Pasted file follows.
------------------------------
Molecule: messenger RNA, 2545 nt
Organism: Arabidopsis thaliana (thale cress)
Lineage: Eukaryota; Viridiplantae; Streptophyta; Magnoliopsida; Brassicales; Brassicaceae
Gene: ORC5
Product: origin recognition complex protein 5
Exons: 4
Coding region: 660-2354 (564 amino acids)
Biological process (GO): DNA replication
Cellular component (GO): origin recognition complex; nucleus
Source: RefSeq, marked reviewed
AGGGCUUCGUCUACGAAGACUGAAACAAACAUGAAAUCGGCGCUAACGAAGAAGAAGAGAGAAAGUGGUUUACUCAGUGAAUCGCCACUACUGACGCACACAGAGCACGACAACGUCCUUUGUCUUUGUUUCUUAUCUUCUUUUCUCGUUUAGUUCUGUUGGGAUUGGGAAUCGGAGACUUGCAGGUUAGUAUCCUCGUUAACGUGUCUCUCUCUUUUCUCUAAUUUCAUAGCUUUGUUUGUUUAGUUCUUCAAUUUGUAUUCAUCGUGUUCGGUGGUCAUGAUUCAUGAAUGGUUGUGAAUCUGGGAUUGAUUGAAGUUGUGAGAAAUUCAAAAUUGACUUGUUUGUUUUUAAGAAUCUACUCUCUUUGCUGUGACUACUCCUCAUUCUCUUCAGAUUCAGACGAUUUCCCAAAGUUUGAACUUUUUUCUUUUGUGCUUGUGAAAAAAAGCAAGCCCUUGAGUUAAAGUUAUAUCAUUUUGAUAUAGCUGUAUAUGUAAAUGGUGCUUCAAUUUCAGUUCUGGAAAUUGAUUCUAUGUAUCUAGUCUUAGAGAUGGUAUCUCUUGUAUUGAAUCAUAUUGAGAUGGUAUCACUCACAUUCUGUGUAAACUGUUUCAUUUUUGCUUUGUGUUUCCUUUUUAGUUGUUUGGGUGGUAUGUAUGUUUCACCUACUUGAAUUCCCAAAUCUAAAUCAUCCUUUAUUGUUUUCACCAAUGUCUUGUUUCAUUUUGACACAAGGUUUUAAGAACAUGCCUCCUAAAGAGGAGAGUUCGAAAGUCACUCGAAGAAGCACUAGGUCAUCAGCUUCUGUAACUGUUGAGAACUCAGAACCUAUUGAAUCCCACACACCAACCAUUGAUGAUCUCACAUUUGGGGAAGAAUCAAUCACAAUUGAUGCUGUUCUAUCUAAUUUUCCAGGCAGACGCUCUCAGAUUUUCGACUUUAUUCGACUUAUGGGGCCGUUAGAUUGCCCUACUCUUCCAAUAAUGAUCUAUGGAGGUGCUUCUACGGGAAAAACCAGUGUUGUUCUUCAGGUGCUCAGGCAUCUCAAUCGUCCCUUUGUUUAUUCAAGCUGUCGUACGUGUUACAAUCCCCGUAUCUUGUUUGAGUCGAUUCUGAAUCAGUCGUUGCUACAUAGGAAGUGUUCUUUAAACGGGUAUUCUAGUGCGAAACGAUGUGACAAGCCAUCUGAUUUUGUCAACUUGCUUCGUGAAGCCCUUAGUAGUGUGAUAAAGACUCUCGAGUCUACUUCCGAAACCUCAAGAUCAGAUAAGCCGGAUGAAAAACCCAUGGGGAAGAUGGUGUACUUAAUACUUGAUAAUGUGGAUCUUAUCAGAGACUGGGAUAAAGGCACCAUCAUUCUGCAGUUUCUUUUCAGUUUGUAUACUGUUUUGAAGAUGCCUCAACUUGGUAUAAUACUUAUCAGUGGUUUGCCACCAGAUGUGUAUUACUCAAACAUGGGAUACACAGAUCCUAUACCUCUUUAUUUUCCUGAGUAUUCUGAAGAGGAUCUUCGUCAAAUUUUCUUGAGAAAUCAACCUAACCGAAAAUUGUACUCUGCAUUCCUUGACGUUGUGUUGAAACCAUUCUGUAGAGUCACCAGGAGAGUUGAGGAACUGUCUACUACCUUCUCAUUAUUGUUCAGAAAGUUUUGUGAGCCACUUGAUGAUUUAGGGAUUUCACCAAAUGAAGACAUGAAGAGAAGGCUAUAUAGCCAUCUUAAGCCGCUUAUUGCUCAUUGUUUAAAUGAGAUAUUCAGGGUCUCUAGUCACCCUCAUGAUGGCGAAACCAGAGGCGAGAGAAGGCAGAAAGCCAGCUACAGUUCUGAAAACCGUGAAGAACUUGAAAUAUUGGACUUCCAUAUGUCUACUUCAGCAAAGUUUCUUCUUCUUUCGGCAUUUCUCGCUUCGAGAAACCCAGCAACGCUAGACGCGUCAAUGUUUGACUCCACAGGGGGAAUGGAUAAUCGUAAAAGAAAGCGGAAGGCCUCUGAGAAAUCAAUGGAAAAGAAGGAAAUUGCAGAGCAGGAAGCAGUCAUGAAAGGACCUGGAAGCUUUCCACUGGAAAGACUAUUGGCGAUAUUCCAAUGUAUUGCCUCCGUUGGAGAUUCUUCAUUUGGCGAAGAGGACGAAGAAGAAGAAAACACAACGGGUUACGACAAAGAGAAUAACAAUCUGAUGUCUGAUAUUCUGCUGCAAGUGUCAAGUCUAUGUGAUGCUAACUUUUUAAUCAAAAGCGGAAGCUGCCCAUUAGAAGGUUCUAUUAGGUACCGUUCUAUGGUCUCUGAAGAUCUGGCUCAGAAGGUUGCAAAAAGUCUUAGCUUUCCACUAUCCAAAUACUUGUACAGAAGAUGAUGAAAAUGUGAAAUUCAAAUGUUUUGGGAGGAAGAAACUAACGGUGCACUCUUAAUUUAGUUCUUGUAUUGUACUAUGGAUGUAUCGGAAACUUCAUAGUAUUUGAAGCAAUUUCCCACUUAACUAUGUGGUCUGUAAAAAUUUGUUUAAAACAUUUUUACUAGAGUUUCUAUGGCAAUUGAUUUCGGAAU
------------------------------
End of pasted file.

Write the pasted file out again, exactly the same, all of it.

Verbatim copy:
Molecule: messenger RNA, 2545 nt
Organism: Arabidopsis thaliana (thale cress)
Lineage: Eukaryota; Viridiplantae; Streptophyta; Magnoliopsida; Brassicales; Brassicaceae
Gene: ORC5
Product: origin recognition complex protein 5
Exons: 4
Coding region: 660-2354 (564 amino acids)
Biological process (GO): DNA replication
Cellular component (GO): origin recognition complex; nucleus
Source: RefSeq, marked reviewed
AGGGCUUCGUCUACGAAGACUGAAACAAACAUGAAAUCGGCGCUAACGAAGAAGAAGAGAGAAAGUGGUUUACUCAGUGAAUCGCCACUACUGACGCACACAGAGCACGACAACGUCCUUUGUCUUUGUUUCUUAUCUUCUUUUCUCGUUUAGUUCUGUUGGGAUUGGGAAUCGGAGACUUGCAGGUUAGUAUCCUCGUUAACGUGUCUCUCUCUUUUCUCUAAUUUCAUAGCUUUGUUUGUUUAGUUCUUCAAUUUGUAUUCAUCGUGUUCGGUGGUCAUGAUUCAUGAAUGGUUGUGAAUCUGGGAUUGAUUGAAGUUGUGAGAAAUUCAAAAUUGACUUGUUUGUUUUUAAGAAUCUACUCUCUUUGCUGUGACUACUCCUCAUUCUCUUCAGAUUCAGACGAUUUCCCAAAGUUUGAACUUUUUUCUUUUGUGCUUGUGAAAAAAAGCAAGCCCUUGAGUUAAAGUUAUAUCAUUUUGAUAUAGCUGUAUAUGUAAAUGGUGCUUCAAUUUCAGUUCUGGAAAUUGAUUCUAUGUAUCUAGUCUUAGAGAUGGUAUCUCUUGUAUUGAAUCAUAUUGAGAUGGUAUCACUCACAUUCUGUGUAAACUGUUUCAUUUUUGCUUUGUGUUUCCUUUUUAGUUGUUUGGGUGGUAUGUAUGUUUCACCUACUUGAAUUCCCAAAUCUAAAUCAUCCUUUAUUGUUUUCACCAAUGUCUUGUUUCAUUUUGACACAAGGUUUUAAGAACAUGCCUCCUAAAGAGGAGAGUUCGAAAGUCACUCGAAGAAGCACUAGGUCAUCAGCUUCUGUAACUGUUGAGAACUCAGAACCUAUUGAAUCCCACACACCAACCAUUGAUGAUCUCACAUUUGGGGAAGAAUCAAUCACAAUUGAUGCUGUUCUAUCUAAUUUUCCAGGCAGACGCUCUCAGAUUUUCGACUUUAUUCGACUUAUGGGGCCGUUAGAUUGCCCUACUCUUCCAAUAAUGAUCUAUGGAGGUGCUUCUACGGGAAAAACCAGUGUUGUUCUUCAGGUGCUCAGGCAUCUCAAUCGUCCCUUUGUUUAUUCAAGCUGUCGUACGUGUUACAAUCCCCGUAUCUUGUUUGAGUCGAUUCUGAAUCAGUCGUUGCUACAUAGGAAGUGUUCUUUAAACGGGUAUUCUAGUGCGAAACGAUGUGACAAGCCAUCUGAUUUUGUCAACUUGCUUCGUGAAGCCCUUAGUAGUGUGAUAAAGACUCUCGAGUCUACUUCCGAAACCUCAAGAUCAGAUAAGCCGGAUGAAAAACCCAUGGGGAAGAUGGUGUACUUAAUACUUGAUAAUGUGGAUCUUAUCAGAGACUGGGAUAAAGGCACCAUCAUUCUGCAGUUUCUUUUCAGUUUGUAUACUGUUUUGAAGAUGCCUCAACUUGGUAUAAUACUUAUCAGUGGUUUGCCACCAGAUGUGUAUUACUCAAACAUGGGAUACACAGAUCCUAUACCUCUUUAUUUUCCUGAGUAUUCUGAAGAGGAUCUUCGUCAAAUUUUCUUGAGAAAUCAACCUAACCGAAAAUUGUACUCUGCAUUCCUUGACGUUGUGUUGAAACCAUUCUGUAGAGUCACCAGGAGAGUUGAGGAACUGUCUACUACCUUCUCAUUAUUGUUCAGAAAGUUUUGUGAGCCACUUGAUGAUUUAGGGAUUUCACCAAAUGAAGACAUGAAGAGAAGGCUAUAUAGCCAUCUUAAGCCGCUUAUUGCUCAUUGUUUAAAUGAGAUAUUCAGGGUCUCUAGUCACCCUCAUGAUGGCGAAACCAGAGGCGAGAGAAGGCAGAAAGCCAGCUACAGUUCUGAAAACCGUGAAGAACUUGAAAUAUUGGACUUCCAUAUGUCUACUUCAGCAAAGUUUCUUCUUCUUUCGGCAUUUCUCGCUUCGAGAAACCCAGCAACGCUAGACGCGUCAAUGUUUGACUCCACAGGGGGAAUGGAUAAUCGUAAAAGAAAGCGGAAGGCCUCUGAGAAAUCAAUGGAAAAGAAGGAAAUUGCAGAGCAGGAAGCAGUCAUGAAAGGACCUGGAAGCUUUCCACUGGAAAGACUAUUGGCGAUAUUCCAAUGUAUUGCCUCCGUUGGAGAUUCUUCAUUUGGCGAAGAGGACGAAGAAGAAGAAAACACAACGGGUUACGACAAAGAGAAUAACAAUCUGAUGUCUGAUAUUCUGCUGCAAGUGUCAAGUCUAUGUGAUGCUAACUUUUUAAUCAAAAGCGGAAGCUGCCCAUUAGAAGGUUCUAUUAGGUACCGUUCUAUGGUCUCUGAAGAUCUGGCUCAGAAGGUUGCAAAAAGUCUUAGCUUUCCACUAUCCAAAUACUUGUACAGAAGAUGAUGAAAAUGUGAAAUUCAAAUGUUUUGGGAGGAAGAAACUAACGGUGCACUCUUAAUUUAGUUCUUGUAUUGUACUAUGGAUGUAUCGGAAACUUCAUAGUAUUUGAAGCAAUUUCCCACUUAACUAUGUGGUCUGUAAAAAUUUGUUUAAAACAUUUUUACUAGAGUUUCUAUGGCAAUUGAUUUCGGAAU